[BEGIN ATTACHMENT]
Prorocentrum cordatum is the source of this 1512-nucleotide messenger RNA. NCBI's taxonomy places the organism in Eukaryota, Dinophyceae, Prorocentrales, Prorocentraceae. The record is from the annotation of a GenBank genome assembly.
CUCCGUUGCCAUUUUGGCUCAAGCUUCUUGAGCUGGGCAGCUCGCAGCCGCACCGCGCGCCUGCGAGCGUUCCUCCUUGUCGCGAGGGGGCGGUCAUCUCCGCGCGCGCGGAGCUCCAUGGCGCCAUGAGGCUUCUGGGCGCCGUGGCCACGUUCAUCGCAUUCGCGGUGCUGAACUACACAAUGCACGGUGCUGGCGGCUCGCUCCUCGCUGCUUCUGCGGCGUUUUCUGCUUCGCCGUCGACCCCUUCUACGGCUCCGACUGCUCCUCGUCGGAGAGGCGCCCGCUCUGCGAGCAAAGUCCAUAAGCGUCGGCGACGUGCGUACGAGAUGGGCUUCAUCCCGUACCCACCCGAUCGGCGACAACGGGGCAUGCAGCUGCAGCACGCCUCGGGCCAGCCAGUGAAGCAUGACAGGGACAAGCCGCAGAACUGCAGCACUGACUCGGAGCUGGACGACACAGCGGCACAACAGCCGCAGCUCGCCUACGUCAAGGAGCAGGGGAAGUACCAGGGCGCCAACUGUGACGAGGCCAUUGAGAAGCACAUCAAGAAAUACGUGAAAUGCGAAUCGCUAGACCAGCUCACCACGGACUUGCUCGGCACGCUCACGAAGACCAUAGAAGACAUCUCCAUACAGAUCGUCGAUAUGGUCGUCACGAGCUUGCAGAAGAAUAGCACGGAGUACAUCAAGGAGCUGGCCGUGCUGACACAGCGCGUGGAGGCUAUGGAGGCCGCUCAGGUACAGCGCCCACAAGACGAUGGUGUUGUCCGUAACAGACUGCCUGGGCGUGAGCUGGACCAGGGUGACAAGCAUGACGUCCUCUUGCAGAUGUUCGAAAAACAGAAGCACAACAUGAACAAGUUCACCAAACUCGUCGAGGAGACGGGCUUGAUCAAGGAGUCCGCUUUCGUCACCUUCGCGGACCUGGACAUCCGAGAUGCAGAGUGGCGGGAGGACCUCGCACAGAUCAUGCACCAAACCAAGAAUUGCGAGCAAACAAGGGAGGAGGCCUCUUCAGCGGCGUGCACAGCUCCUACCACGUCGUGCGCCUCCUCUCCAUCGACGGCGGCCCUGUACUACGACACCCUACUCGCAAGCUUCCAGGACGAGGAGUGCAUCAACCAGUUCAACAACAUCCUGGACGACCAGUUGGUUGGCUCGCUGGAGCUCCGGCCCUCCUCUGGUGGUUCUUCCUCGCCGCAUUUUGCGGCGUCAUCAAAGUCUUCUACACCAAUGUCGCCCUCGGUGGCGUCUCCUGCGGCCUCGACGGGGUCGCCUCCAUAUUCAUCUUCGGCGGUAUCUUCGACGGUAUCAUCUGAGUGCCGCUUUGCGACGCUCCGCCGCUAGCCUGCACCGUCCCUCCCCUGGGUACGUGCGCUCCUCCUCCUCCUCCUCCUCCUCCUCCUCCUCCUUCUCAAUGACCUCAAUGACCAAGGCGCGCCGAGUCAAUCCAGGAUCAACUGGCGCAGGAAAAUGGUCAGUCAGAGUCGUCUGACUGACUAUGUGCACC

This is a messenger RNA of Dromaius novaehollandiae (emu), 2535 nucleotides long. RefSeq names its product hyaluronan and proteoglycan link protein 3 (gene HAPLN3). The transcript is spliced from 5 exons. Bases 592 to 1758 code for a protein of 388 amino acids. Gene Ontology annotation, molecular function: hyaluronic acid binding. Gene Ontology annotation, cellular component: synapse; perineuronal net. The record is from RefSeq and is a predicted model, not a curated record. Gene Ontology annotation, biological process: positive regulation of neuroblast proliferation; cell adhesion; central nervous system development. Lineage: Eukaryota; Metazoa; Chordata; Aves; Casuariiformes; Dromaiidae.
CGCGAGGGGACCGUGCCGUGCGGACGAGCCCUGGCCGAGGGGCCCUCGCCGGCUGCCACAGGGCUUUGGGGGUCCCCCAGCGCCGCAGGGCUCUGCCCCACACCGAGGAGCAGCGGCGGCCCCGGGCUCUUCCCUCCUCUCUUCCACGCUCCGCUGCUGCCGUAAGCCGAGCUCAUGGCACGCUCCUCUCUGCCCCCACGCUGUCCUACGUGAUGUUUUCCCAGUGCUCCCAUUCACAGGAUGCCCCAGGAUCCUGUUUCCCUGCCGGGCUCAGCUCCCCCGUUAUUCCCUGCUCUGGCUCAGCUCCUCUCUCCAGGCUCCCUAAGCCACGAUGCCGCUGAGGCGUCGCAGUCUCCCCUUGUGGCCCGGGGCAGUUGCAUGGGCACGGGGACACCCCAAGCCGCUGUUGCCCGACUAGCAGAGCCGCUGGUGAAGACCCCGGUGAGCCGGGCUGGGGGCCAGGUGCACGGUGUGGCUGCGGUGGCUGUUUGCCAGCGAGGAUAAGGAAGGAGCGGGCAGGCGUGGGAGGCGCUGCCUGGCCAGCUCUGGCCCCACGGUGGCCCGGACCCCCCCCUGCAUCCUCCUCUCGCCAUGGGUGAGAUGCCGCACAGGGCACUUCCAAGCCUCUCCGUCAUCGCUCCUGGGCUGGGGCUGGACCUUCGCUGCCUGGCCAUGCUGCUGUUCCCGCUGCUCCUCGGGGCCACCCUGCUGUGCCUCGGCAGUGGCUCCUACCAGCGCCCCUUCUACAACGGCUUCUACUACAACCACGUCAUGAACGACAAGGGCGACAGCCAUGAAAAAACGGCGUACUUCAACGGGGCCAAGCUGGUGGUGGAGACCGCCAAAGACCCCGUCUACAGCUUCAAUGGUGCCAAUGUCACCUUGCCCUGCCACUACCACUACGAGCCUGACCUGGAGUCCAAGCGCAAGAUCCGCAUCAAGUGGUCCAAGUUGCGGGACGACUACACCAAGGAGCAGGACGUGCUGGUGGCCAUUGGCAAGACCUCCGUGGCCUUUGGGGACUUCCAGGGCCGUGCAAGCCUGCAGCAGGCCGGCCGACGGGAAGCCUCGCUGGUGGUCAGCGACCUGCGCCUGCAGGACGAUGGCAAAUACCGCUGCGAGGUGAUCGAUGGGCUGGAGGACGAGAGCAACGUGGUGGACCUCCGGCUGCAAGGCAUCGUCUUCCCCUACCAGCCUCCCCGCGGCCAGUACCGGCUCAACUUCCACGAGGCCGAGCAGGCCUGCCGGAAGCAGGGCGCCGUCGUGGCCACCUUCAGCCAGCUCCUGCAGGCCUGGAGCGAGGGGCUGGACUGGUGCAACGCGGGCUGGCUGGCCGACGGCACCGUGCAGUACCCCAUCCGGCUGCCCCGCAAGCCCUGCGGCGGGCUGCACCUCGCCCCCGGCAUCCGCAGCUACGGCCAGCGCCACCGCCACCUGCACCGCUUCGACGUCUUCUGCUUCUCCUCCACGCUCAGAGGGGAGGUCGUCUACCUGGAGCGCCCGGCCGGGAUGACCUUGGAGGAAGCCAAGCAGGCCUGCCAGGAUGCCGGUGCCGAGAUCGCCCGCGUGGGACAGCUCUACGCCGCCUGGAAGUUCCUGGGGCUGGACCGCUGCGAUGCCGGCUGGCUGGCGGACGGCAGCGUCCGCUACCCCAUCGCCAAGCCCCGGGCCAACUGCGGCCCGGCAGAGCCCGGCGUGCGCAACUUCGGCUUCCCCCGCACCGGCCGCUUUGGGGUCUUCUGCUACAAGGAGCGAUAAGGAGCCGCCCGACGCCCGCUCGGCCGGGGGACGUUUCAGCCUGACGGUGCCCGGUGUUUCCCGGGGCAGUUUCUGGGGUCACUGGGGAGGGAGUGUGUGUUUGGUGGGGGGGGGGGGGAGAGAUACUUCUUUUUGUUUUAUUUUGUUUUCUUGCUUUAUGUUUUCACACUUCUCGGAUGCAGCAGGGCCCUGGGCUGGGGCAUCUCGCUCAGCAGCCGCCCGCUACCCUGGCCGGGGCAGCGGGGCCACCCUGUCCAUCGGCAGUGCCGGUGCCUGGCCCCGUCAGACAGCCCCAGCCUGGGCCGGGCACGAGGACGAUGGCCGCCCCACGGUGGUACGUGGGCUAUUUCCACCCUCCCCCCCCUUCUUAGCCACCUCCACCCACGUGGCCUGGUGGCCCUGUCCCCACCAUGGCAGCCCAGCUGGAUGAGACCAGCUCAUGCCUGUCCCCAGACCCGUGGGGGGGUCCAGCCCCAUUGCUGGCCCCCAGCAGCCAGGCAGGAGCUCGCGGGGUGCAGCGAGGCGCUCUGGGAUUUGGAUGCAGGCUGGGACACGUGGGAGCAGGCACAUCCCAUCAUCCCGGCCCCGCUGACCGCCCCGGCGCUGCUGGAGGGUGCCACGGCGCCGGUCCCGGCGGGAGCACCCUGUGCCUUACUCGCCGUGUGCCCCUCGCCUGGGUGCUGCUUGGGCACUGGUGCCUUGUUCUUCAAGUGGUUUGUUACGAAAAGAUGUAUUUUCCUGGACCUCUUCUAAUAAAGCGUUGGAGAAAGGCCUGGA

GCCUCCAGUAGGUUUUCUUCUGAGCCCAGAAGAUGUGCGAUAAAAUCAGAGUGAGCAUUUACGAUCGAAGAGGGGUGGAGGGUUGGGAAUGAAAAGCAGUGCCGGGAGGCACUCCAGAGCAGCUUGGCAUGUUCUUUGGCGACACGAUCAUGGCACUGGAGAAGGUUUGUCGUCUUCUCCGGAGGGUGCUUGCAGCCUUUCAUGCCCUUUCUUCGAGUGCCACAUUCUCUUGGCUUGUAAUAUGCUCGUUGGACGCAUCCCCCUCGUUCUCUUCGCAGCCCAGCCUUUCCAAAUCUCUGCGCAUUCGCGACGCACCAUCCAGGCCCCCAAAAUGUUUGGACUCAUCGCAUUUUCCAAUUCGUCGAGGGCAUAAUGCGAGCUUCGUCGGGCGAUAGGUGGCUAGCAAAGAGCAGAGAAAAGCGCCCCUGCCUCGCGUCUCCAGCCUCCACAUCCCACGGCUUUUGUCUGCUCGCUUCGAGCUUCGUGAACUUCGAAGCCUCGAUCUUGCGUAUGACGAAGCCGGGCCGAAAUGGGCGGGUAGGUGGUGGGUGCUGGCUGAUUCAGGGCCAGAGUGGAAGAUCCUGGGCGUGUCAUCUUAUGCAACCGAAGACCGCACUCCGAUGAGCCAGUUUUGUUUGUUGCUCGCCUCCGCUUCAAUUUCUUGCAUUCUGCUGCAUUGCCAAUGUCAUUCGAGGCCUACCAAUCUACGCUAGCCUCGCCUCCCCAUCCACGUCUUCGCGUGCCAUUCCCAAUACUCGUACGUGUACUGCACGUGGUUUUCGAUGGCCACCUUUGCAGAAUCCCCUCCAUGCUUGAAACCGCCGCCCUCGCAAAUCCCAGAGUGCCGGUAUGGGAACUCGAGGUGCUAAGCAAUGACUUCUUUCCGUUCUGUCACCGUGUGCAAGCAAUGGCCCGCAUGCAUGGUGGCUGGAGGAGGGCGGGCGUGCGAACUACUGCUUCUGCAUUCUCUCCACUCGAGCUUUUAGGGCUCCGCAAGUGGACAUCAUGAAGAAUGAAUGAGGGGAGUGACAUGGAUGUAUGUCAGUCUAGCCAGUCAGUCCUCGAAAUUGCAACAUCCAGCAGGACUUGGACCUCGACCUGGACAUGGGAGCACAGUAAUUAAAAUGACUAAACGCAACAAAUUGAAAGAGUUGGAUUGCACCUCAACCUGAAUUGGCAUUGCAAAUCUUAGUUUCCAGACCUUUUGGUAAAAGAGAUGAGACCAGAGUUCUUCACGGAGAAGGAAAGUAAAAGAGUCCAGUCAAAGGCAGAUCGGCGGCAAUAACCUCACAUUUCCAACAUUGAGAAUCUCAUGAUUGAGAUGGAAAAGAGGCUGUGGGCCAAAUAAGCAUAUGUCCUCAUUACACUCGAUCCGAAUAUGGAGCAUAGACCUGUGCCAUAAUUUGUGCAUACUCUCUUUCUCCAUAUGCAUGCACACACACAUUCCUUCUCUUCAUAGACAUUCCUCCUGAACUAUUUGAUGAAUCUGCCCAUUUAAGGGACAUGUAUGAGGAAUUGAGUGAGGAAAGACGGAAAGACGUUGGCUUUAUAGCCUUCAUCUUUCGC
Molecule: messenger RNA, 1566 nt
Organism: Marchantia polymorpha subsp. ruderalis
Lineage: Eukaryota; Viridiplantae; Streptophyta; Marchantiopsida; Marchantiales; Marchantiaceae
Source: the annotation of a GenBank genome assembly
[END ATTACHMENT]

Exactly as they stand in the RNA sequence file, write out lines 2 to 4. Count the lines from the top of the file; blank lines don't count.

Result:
CUCCGUUGCCAUUUUGGCUCAAGCUUCUUGAGCUGGGCAGCUCGCAGCCGCACCGCGCGCCUGCGAGCGUUCCUCCUUGUCGCGAGGGGGCGGUCAUCUCCGCGCGCGCGGAGCUCCAUGGCGCCAUGAGGCUUCUGGGCGCCGUGGCCACGUUCAUCGCAUUCGCGGUGCUGAACUACACAAUGCACGGUGCUGGCGGCUCGCUCCUCGCUGCUUCUGCGGCGUUUUCUGCUUCGCCGUCGACCCCUUCUACGGCUCCGACUGCUCCUCGUCGGAGAGGCGCCCGCUCUGCGAGCAAAGUCCAUAAGCGUCGGCGACGUGCGUACGAGAUGGGCUUCAUCCCGUACCCACCCGAUCGGCGACAACGGGGCAUGCAGCUGCAGCACGCCUCGGGCCAGCCAGUGAAGCAUGACAGGGACAAGCCGCAGAACUGCAGCACUGACUCGGAGCUGGACGACACAGCGGCACAACAGCCGCAGCUCGCCUACGUCAAGGAGCAGGGGAAGUACCAGGGCGCCAACUGUGACGAGGCCAUUGAGAAGCACAUCAAGAAAUACGUGAAAUGCGAAUCGCUAGACCAGCUCACCACGGACUUGCUCGGCACGCUCACGAAGACCAUAGAAGACAUCUCCAUACAGAUCGUCGAUAUGGUCGUCACGAGCUUGCAGAAGAAUAGCACGGAGUACAUCAAGGAGCUGGCCGUGCUGACACAGCGCGUGGAGGCUAUGGAGGCCGCUCAGGUACAGCGCCCACAAGACGAUGGUGUUGUCCGUAACAGACUGCCUGGGCGUGAGCUGGACCAGGGUGACAAGCAUGACGUCCUCUUGCAGAUGUUCGAAAAACAGAAGCACAACAUGAACAAGUUCACCAAACUCGUCGAGGAGACGGGCUUGAUCAAGGAGUCCGCUUUCGUCACCUUCGCGGACCUGGACAUCCGAGAUGCAGAGUGGCGGGAGGACCUCGCACAGAUCAUGCACCAAACCAAGAAUUGCGAGCAAACAAGGGAGGAGGCCUCUUCAGCGGCGUGCACAGCUCCUACCACGUCGUGCGCCUCCUCUCCAUCGACGGCGGCCCUGUACUACGACACCCUACUCGCAAGCUUCCAGGACGAGGAGUGCAUCAACCAGUUCAACAACAUCCUGGACGACCAGUUGGUUGGCUCGCUGGAGCUCCGGCCCUCCUCUGGUGGUUCUUCCUCGCCGCAUUUUGCGGCGUCAUCAAAGUCUUCUACACCAAUGUCGCCCUCGGUGGCGUCUCCUGCGGCCUCGACGGGGUCGCCUCCAUAUUCAUCUUCGGCGGUAUCUUCGACGGUAUCAUCUGAGUGCCGCUUUGCGACGCUCCGCCGCUAGCCUGCACCGUCCCUCCCCUGGGUACGUGCGCUCCUCCUCCUCCUCCUCCUCCUCCUCCUCCUCCUUCUCAAUGACCUCAAUGACCAAGGCGCGCCGAGUCAAUCCAGGAUCAACUGGCGCAGGAAAAUGGUCAGUCAGAGUCGUCUGACUGACUAUGUGCACC

This is a messenger RNA of Dromaius novaehollandiae (emu), 2535 nucleotides long. RefSeq names its product hyaluronan and proteoglycan link protein 3 (gene HAPLN3). The transcript is spliced from 5 exons. Bases 592 to 1758 code for a protein of 388 amino acids. Gene Ontology annotation, molecular function: hyaluronic acid binding. Gene Ontology annotation, cellular component: synapse; perineuronal net. The record is from RefSeq and is a predicted model, not a curated record. Gene Ontology annotation, biological process: positive regulation of neuroblast proliferation; cell adhesion; central nervous system development. Lineage: Eukaryota; Metazoa; Chordata; Aves; Casuariiformes; Dromaiidae.
CGCGAGGGGACCGUGCCGUGCGGACGAGCCCUGGCCGAGGGGCCCUCGCCGGCUGCCACAGGGCUUUGGGGGUCCCCCAGCGCCGCAGGGCUCUGCCCCACACCGAGGAGCAGCGGCGGCCCCGGGCUCUUCCCUCCUCUCUUCCACGCUCCGCUGCUGCCGUAAGCCGAGCUCAUGGCACGCUCCUCUCUGCCCCCACGCUGUCCUACGUGAUGUUUUCCCAGUGCUCCCAUUCACAGGAUGCCCCAGGAUCCUGUUUCCCUGCCGGGCUCAGCUCCCCCGUUAUUCCCUGCUCUGGCUCAGCUCCUCUCUCCAGGCUCCCUAAGCCACGAUGCCGCUGAGGCGUCGCAGUCUCCCCUUGUGGCCCGGGGCAGUUGCAUGGGCACGGGGACACCCCAAGCCGCUGUUGCCCGACUAGCAGAGCCGCUGGUGAAGACCCCGGUGAGCCGGGCUGGGGGCCAGGUGCACGGUGUGGCUGCGGUGGCUGUUUGCCAGCGAGGAUAAGGAAGGAGCGGGCAGGCGUGGGAGGCGCUGCCUGGCCAGCUCUGGCCCCACGGUGGCCCGGACCCCCCCCUGCAUCCUCCUCUCGCCAUGGGUGAGAUGCCGCACAGGGCACUUCCAAGCCUCUCCGUCAUCGCUCCUGGGCUGGGGCUGGACCUUCGCUGCCUGGCCAUGCUGCUGUUCCCGCUGCUCCUCGGGGCCACCCUGCUGUGCCUCGGCAGUGGCUCCUACCAGCGCCCCUUCUACAACGGCUUCUACUACAACCACGUCAUGAACGACAAGGGCGACAGCCAUGAAAAAACGGCGUACUUCAACGGGGCCAAGCUGGUGGUGGAGACCGCCAAAGACCCCGUCUACAGCUUCAAUGGUGCCAAUGUCACCUUGCCCUGCCACUACCACUACGAGCCUGACCUGGAGUCCAAGCGCAAGAUCCGCAUCAAGUGGUCCAAGUUGCGGGACGACUACACCAAGGAGCAGGACGUGCUGGUGGCCAUUGGCAAGACCUCCGUGGCCUUUGGGGACUUCCAGGGCCGUGCAAGCCUGCAGCAGGCCGGCCGACGGGAAGCCUCGCUGGUGGUCAGCGACCUGCGCCUGCAGGACGAUGGCAAAUACCGCUGCGAGGUGAUCGAUGGGCUGGAGGACGAGAGCAACGUGGUGGACCUCCGGCUGCAAGGCAUCGUCUUCCCCUACCAGCCUCCCCGCGGCCAGUACCGGCUCAACUUCCACGAGGCCGAGCAGGCCUGCCGGAAGCAGGGCGCCGUCGUGGCCACCUUCAGCCAGCUCCUGCAGGCCUGGAGCGAGGGGCUGGACUGGUGCAACGCGGGCUGGCUGGCCGACGGCACCGUGCAGUACCCCAUCCGGCUGCCCCGCAAGCCCUGCGGCGGGCUGCACCUCGCCCCCGGCAUCCGCAGCUACGGCCAGCGCCACCGCCACCUGCACCGCUUCGACGUCUUCUGCUUCUCCUCCACGCUCAGAGGGGAGGUCGUCUACCUGGAGCGCCCGGCCGGGAUGACCUUGGAGGAAGCCAAGCAGGCCUGCCAGGAUGCCGGUGCCGAGAUCGCCCGCGUGGGACAGCUCUACGCCGCCUGGAAGUUCCUGGGGCUGGACCGCUGCGAUGCCGGCUGGCUGGCGGACGGCAGCGUCCGCUACCCCAUCGCCAAGCCCCGGGCCAACUGCGGCCCGGCAGAGCCCGGCGUGCGCAACUUCGGCUUCCCCCGCACCGGCCGCUUUGGGGUCUUCUGCUACAAGGAGCGAUAAGGAGCCGCCCGACGCCCGCUCGGCCGGGGGACGUUUCAGCCUGACGGUGCCCGGUGUUUCCCGGGGCAGUUUCUGGGGUCACUGGGGAGGGAGUGUGUGUUUGGUGGGGGGGGGGGGGAGAGAUACUUCUUUUUGUUUUAUUUUGUUUUCUUGCUUUAUGUUUUCACACUUCUCGGAUGCAGCAGGGCCCUGGGCUGGGGCAUCUCGCUCAGCAGCCGCCCGCUACCCUGGCCGGGGCAGCGGGGCCACCCUGUCCAUCGGCAGUGCCGGUGCCUGGCCCCGUCAGACAGCCCCAGCCUGGGCCGGGCACGAGGACGAUGGCCGCCCCACGGUGGUACGUGGGCUAUUUCCACCCUCCCCCCCCUUCUUAGCCACCUCCACCCACGUGGCCUGGUGGCCCUGUCCCCACCAUGGCAGCCCAGCUGGAUGAGACCAGCUCAUGCCUGUCCCCAGACCCGUGGGGGGGUCCAGCCCCAUUGCUGGCCCCCAGCAGCCAGGCAGGAGCUCGCGGGGUGCAGCGAGGCGCUCUGGGAUUUGGAUGCAGGCUGGGACACGUGGGAGCAGGCACAUCCCAUCAUCCCGGCCCCGCUGACCGCCCCGGCGCUGCUGGAGGGUGCCACGGCGCCGGUCCCGGCGGGAGCACCCUGUGCCUUACUCGCCGUGUGCCCCUCGCCUGGGUGCUGCUUGGGCACUGGUGCCUUGUUCUUCAAGUGGUUUGUUACGAAAAGAUGUAUUUUCCUGGACCUCUUCUAAUAAAGCGUUGGAGAAAGGCCUGGA